Edward Hirsch’s deep knowledge of the history of poetry and poetic forms is evident throughout Gabriel, with its references to the works and lives of poets Anna Akhmatova, William Wordsworth, Stéphane Mallarmé, Ben Jonson, and Walt Whitman. But the book’s epigraph comes not from any of these poets, nor even from the world of literature at all. Rather, Hirsch opens Gabriel with lyrics from the song “Strings” by the rock band Blink-182. The reader learns that the band was a favorite of Hirsch’s late son Gabriel, for whom the poem is named.
A sharp, sad tension that guides this book is the difference in sensibility, temperament, and ideology between Gabriel and his father. While Hirsch seeks solace in literature the way others might seek solace in friends, Gabriel shuns introspection or any activity during which he might have to sit still. He dismisses even a passing acquaintance with literature: “When he read Cliffs Notes / For Catcher in the Rye he thought / Holden Caulfield was boring,” Hirsch writes. Hirsch loves and mourns his son in this poem not by ignoring or collapsing the differences that separated them, but by honoring those differences. Blink-182 is a surprising presence in a work of literary poetry, but Gabriel is expansive, compassionate, and curious enough to contain multitudes.
Hirsch seeks to memorialize not what fits into his own scheme, but rather a full, whole image of Gabriel. He describes what enraged and confused him about Gabriel as well as what dazzled him. “He loved cartoons where nothing is final / Everyone gets flattened and then gets up / And starts running around again,” Hirsch writes, perhaps enraged, confused, and dazzled all at once. The poem unfolds across three-line stanzas unmarred by punctuation, often packed with names of the people, places, and products among which Gabriel lived. Hirsch’s tercets recall the terza rima stanzas of Dante Alighieri’s Divine Comedy. Like Dante, Hirsch travels through the bright heaven in which he and his then-wife adopted Gabriel as a newborn in New Orleans (“He dropped out of the sky / Into the infirmary in the Garden District”), to a purgatory of Gabriel’s troubled coming of age (“The experts can handle him / The experts have no idea / How to handle him”), to the hell of Gabriel’s death, caused by a reaction to the drug GHB. Of this hell, Hirsch writes, “Lord Nothingness / When my son’s suffering ended / My own began.”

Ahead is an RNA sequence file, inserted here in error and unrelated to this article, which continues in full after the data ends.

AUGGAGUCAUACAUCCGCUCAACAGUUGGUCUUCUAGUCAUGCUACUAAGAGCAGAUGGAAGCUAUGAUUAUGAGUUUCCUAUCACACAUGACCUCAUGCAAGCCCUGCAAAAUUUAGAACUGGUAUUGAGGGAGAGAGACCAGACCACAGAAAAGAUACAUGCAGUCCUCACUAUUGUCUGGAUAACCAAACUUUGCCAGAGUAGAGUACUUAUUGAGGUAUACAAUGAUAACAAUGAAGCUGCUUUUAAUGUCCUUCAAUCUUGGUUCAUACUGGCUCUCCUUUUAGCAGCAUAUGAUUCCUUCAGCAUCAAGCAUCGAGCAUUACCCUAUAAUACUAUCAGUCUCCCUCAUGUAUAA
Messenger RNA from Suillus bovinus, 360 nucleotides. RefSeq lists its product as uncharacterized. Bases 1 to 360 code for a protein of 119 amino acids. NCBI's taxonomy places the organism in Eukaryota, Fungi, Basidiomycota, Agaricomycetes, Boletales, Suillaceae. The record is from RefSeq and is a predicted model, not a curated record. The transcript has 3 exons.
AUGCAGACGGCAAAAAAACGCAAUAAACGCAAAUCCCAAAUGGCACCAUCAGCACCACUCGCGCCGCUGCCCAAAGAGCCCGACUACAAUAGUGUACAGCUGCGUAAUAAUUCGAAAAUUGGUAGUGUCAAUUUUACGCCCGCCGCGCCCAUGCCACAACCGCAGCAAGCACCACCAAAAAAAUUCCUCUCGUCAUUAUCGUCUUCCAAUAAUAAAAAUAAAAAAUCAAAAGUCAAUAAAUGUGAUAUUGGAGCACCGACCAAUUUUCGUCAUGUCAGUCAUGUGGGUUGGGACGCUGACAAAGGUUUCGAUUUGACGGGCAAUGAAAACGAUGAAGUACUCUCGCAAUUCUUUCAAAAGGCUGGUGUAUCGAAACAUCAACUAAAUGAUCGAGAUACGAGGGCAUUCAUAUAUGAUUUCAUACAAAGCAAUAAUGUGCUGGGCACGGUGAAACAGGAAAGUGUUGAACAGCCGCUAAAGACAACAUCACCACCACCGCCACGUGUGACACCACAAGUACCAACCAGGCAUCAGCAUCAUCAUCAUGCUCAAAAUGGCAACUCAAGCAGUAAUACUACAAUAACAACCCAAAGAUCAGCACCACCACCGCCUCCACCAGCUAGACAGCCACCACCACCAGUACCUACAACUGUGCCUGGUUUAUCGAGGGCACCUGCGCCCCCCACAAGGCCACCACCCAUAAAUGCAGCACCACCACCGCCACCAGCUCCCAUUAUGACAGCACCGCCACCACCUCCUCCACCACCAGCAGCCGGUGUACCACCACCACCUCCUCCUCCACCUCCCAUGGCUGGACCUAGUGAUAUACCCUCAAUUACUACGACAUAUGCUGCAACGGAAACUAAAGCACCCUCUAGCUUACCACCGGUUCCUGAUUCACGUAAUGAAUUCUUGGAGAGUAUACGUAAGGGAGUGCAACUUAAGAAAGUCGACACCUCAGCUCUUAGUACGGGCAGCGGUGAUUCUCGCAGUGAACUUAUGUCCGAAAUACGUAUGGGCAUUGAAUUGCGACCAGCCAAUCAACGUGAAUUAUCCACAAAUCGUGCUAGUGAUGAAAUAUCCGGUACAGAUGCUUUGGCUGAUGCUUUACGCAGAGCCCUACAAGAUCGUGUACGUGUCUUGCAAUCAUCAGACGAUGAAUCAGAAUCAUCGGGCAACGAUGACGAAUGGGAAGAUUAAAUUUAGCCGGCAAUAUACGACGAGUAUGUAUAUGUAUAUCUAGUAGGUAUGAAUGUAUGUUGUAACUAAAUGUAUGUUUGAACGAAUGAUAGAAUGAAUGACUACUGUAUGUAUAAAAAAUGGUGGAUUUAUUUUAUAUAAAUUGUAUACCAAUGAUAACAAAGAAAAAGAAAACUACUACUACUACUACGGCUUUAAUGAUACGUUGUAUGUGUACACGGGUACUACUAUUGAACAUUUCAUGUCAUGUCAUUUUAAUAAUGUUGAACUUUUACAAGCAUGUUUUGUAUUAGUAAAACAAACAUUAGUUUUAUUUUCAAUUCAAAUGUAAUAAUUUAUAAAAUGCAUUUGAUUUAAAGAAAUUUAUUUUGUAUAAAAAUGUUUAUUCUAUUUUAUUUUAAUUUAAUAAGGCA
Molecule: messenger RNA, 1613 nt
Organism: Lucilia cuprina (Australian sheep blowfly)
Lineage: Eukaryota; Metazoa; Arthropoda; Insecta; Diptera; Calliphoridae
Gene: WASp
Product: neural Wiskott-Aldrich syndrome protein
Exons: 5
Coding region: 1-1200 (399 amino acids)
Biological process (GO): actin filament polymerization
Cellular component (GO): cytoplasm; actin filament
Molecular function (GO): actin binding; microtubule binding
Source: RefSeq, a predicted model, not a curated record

The stormy Gulf Coast in which Gabriel was born and the East Coast hurricane during which he died characterize the weather of Gabriel’s life as Hirsch writes it, in one of the beautifully written book’s most moving passages:
It rained for twenty-two years
And two hundred and forty days
All the days and nights of his life
The rain it raineth every day
From the midnight of his birth
To the early morning of his death
A light rain fell across New Orleans
On the day he entered the world
Before the great flood
Torrential rains swelled the Tiber in Rome
And overflowed the bayous in Houston
We once drove across a bridge of rain
In linking moments of his interactions with Gabriel to the swell of his grief, Hirsch evokes the great poets of centuries past who have memorialized their dead through literature. But in Gabriel Hirsch does more than allude to those great poets. In this exceptional book, at once strikingly contemporary and timeless, he joins them.
Lucy Biederman is an assistant professor of creative writing at Heidelberg University in Tiffin, Ohio. Her first book, The Walmart Book of the Dead, won the 2017 Vine Leaves Press Vignette Award.